A LA CARTE Director Leslie Kincaid Burby and her Recipe for Success

Leslie ALACARTE

Leslie Kincaid Burby, director

The talented and sought after, Leslie Kincaid Burby, has brought success to WorkShop with her salient direction of The Navigator and The Chekhov Dreams, the productions receiving notable attention with Drama Desk nominations and NYIT Award wins.  Here’s what Leslie has to say about A La Carte: 

What was it about directing all 6 plays that appealed to you?  What was the biggest challenge?  

I have to admit that I was pretty stunned when artistic director Thomas Cote asked me to take on this project.  The thought of directing 6 new plays, including a couple of pretty intense dramas, seemed overwhelming.  Thomas had great faith in me, and encouraged me to take the leap.  He felt that having one director would give the evening a cohesiveness that would feel more like a whole event, rather than a typical one act festival of unrelated plays.

One of the biggest hurdles was actually casting the plays.  It was a lot of roles to fill, and all very demanding in their own way.  We ended up doubling several actors into more than one piece, which I think is fun and also helps tie the evening together with a nice company feel.  Another big challenge was getting all of the scripts re-written and edited in time for rehearsal.  Some of the pieces continued to get re-writes throughout the rehearsal process.  I am used to dealing with one writer quite intensively as I work on a new play.  Keeping track of the thoughts and suggestions of six writers was certainly a challenge. Once I actually got into rehearsal for these plays I felt ecstatic to be working on such great writing, and with such talented actors and designers.  It was a real treat.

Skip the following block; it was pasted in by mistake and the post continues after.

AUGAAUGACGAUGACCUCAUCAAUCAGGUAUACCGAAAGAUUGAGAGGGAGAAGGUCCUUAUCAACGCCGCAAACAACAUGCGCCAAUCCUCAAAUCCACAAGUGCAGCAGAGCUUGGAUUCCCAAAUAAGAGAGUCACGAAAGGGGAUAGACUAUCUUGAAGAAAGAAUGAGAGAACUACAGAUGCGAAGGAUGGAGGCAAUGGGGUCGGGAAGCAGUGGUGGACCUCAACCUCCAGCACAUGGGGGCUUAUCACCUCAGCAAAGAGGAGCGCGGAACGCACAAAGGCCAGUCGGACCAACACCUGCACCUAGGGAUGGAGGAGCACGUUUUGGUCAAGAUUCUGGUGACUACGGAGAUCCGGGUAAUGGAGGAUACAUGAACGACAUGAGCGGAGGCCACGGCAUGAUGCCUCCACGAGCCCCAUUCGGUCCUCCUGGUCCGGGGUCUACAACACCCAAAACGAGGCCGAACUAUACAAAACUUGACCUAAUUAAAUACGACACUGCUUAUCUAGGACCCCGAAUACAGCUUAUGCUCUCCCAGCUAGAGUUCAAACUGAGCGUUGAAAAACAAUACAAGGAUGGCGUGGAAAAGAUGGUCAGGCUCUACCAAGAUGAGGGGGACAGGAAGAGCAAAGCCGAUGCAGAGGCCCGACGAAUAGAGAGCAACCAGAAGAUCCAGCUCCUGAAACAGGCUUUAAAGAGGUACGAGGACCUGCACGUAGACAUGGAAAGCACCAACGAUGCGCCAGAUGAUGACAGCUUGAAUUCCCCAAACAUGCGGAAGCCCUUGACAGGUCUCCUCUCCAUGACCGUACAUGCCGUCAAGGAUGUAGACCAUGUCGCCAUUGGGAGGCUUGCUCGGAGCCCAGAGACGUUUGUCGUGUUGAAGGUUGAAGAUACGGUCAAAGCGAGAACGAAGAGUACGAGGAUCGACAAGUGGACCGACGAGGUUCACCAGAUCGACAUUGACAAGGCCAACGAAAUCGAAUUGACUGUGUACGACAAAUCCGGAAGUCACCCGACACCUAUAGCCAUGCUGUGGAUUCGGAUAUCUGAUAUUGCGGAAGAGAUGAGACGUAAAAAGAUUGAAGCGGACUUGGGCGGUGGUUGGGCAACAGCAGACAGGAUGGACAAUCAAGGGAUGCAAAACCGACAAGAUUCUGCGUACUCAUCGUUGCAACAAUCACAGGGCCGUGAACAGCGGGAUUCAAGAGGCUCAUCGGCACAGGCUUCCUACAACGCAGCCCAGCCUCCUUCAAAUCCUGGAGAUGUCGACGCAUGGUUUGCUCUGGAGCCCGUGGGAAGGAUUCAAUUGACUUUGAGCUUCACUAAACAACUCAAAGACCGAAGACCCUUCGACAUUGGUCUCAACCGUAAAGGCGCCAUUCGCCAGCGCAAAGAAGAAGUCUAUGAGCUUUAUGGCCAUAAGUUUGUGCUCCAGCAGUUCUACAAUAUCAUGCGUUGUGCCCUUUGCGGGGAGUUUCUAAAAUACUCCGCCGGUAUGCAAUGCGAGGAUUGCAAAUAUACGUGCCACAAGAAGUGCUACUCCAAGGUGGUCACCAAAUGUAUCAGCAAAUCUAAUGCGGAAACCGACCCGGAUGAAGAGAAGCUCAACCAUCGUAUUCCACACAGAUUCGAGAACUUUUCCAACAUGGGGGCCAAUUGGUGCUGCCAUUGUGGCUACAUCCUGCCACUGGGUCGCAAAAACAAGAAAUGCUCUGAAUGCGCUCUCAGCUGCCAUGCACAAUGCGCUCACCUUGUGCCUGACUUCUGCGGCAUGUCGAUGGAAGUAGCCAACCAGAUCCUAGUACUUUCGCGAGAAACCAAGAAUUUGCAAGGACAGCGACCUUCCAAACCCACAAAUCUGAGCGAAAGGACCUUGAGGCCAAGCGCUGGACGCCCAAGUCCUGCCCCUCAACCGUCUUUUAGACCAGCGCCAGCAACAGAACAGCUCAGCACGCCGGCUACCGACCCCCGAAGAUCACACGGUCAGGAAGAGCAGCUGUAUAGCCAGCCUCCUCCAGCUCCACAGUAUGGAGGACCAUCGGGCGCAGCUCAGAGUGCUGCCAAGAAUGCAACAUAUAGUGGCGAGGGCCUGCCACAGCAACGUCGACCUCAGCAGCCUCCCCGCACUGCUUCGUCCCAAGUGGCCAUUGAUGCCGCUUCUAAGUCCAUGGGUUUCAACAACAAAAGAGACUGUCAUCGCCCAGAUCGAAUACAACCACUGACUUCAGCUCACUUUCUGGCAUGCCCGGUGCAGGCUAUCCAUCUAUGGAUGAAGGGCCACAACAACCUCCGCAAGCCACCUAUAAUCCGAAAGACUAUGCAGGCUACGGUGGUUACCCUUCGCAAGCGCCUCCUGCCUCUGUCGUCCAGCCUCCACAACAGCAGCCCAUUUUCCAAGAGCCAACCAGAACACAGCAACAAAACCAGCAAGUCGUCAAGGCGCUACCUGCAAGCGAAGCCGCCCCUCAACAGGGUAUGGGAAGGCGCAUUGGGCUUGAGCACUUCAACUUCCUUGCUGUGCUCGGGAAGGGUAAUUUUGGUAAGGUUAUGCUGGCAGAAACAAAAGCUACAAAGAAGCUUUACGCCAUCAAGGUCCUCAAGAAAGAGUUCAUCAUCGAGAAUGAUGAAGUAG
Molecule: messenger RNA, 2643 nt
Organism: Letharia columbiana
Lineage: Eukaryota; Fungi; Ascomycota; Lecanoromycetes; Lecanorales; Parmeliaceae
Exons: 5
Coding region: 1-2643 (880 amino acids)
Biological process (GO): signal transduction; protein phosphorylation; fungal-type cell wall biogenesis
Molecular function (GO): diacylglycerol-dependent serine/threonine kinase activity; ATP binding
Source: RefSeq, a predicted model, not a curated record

Leslie, since you worked for years as an actor you know what opening night is like from that perspective.  But what’s opening night feel like as a director?  What is the process for you after a show opens?

Yes, for actors, opening is a total game changer and then the run begins.  And for me, every piece I direct feels different for me on opening night.  Sometimes I feel sad when a play opens because I don’t get to share in the fun of playing the piece before an audience.  After all the hard work of organizing, coaching, and brainstorming, I miss being on the play’s team sometimes.  With A La Carte, however, I felt delighted to watch the actors take over and bring their art to performance level.  Many of the pieces really demand an audience, and become frustrating to rehearse without that audience response.  The team was really needing to open, and I felt like a proud mom watching them go off on their adventures.

After opening, I generally keep an eye on any show that I direct, and occasionally give notes if an actor is open to that.  Otherwise I confine my participation to pointing out any technical issues to the stage manager, and clapping enthusiastically.  It is often interesting to notice how I don’t need to give notes as actors usually have a good internal barometer and correct their own courses once they are in performance mode.  I also enjoy catching up on my sleep!

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